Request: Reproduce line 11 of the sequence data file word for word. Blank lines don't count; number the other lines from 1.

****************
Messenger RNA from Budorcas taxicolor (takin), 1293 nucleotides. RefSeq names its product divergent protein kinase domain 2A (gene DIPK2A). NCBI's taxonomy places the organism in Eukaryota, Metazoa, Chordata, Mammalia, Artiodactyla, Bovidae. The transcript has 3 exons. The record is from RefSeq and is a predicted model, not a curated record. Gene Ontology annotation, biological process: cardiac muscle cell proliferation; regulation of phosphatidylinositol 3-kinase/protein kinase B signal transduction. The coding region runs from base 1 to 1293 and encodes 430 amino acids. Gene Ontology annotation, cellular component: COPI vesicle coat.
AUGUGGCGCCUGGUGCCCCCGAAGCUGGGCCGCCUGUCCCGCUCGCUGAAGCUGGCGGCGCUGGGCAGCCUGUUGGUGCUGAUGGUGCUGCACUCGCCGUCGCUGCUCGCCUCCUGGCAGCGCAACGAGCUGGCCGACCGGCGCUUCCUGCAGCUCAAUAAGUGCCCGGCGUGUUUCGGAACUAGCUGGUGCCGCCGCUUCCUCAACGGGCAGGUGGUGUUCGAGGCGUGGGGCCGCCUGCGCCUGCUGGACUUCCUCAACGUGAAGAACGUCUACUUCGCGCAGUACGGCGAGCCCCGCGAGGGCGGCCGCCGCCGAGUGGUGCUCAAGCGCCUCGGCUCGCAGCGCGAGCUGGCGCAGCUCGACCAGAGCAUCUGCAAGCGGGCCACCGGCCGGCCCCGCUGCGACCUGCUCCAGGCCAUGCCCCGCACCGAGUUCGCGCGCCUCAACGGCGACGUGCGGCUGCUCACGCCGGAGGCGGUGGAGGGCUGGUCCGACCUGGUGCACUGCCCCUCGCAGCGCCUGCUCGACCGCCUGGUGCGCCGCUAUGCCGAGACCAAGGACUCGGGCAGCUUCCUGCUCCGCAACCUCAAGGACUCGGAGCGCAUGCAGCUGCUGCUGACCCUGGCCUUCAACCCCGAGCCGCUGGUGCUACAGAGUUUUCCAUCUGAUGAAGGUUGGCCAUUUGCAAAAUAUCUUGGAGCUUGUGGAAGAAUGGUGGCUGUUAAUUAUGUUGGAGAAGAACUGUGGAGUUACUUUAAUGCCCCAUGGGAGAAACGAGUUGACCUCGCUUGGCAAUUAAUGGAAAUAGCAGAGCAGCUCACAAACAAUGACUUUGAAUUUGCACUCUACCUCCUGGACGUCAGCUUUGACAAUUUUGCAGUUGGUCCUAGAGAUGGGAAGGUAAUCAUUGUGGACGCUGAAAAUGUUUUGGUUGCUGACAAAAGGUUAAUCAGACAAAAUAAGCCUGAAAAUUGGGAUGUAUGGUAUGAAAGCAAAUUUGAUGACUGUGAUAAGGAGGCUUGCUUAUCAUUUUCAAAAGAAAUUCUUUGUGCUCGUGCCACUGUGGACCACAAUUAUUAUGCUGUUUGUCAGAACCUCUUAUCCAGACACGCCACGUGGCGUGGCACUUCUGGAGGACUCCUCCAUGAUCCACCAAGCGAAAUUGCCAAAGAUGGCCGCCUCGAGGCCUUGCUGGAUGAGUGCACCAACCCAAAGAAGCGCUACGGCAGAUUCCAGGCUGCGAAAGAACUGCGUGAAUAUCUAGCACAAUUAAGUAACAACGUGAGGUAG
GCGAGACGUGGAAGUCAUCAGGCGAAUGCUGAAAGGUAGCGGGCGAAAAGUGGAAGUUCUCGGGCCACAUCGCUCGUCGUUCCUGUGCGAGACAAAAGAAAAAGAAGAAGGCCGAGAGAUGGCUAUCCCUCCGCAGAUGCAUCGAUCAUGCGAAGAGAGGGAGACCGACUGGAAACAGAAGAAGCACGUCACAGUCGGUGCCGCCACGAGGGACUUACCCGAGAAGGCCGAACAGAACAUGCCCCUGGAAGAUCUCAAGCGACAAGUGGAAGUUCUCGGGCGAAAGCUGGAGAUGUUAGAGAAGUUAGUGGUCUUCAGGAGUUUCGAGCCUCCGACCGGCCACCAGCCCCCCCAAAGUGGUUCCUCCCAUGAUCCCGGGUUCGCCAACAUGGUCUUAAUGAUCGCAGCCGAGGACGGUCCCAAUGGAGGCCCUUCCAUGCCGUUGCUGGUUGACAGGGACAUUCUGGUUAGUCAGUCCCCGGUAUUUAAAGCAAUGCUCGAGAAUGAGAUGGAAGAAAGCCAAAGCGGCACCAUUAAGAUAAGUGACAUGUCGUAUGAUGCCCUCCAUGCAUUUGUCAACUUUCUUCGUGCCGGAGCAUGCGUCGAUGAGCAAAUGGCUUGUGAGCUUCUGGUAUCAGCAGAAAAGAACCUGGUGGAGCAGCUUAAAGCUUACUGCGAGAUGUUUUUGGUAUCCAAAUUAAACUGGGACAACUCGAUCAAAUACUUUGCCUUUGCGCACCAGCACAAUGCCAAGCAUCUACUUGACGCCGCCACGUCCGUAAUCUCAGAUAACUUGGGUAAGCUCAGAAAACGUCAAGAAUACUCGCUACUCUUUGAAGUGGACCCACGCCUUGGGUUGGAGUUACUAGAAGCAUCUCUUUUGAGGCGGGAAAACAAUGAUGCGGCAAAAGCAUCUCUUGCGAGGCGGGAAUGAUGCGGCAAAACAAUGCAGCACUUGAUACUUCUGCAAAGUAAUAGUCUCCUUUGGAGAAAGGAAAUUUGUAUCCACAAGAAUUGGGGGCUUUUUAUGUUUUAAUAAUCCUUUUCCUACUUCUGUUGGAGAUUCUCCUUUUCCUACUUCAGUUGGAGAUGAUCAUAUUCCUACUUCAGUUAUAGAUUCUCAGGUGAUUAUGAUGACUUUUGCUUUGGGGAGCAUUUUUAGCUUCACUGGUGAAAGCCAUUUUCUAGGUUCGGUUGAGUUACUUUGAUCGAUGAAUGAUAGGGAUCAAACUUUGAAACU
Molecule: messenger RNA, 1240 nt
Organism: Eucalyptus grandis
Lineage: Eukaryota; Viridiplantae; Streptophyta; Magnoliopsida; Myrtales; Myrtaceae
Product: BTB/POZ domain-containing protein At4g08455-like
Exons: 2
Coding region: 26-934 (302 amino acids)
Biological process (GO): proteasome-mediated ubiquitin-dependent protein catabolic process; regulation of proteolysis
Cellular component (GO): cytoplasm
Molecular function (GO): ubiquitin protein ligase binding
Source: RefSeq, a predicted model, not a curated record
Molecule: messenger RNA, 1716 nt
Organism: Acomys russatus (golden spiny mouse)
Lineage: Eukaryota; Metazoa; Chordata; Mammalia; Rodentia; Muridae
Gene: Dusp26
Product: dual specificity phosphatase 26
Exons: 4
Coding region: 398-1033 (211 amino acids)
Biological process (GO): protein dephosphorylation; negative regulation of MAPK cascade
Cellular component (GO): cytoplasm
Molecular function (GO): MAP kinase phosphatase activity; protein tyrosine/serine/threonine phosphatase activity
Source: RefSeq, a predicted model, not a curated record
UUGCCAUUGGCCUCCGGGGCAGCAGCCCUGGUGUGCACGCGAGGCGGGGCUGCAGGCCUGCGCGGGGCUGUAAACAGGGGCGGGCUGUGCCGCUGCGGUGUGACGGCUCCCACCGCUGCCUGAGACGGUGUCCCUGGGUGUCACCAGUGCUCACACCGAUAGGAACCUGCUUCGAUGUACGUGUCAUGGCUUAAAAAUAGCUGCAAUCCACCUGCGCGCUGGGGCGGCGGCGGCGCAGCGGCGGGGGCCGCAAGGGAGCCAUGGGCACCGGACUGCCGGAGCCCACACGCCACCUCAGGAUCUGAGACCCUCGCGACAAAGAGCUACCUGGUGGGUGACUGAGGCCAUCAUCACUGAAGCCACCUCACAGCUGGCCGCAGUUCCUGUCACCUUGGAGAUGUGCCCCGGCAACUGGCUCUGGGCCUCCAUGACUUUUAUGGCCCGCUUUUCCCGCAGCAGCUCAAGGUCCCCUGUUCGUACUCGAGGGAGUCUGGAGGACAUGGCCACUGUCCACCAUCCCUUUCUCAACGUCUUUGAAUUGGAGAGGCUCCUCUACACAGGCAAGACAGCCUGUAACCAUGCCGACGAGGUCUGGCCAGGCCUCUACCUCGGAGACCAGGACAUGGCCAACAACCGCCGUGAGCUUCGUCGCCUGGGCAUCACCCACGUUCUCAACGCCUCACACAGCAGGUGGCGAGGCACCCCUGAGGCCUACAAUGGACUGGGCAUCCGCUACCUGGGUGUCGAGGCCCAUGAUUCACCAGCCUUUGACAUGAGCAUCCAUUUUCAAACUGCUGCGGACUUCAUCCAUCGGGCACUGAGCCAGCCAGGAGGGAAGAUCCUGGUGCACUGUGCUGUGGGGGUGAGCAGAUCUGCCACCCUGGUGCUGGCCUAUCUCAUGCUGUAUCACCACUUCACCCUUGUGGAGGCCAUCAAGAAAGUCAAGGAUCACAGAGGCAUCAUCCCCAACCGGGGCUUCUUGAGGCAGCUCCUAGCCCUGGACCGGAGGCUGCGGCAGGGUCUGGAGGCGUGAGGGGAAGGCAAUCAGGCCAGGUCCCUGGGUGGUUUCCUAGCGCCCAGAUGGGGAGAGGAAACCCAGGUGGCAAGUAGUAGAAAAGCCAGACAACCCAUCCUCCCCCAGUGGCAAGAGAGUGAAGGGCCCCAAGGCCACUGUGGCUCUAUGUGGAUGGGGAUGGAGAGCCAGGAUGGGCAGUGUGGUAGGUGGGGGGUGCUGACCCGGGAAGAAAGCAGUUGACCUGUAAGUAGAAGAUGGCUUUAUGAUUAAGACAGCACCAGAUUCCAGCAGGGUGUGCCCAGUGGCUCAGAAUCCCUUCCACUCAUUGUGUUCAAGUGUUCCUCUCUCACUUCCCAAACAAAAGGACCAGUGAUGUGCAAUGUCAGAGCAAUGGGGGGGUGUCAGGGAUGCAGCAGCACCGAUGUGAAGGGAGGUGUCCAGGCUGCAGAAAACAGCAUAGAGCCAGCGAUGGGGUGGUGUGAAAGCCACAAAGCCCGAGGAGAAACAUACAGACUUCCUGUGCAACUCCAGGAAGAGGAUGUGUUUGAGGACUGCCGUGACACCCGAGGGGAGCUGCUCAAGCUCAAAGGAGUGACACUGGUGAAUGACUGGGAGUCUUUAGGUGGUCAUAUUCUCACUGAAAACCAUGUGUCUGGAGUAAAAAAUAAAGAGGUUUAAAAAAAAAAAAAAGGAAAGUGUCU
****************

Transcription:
Cellular component (GO): cytoplasm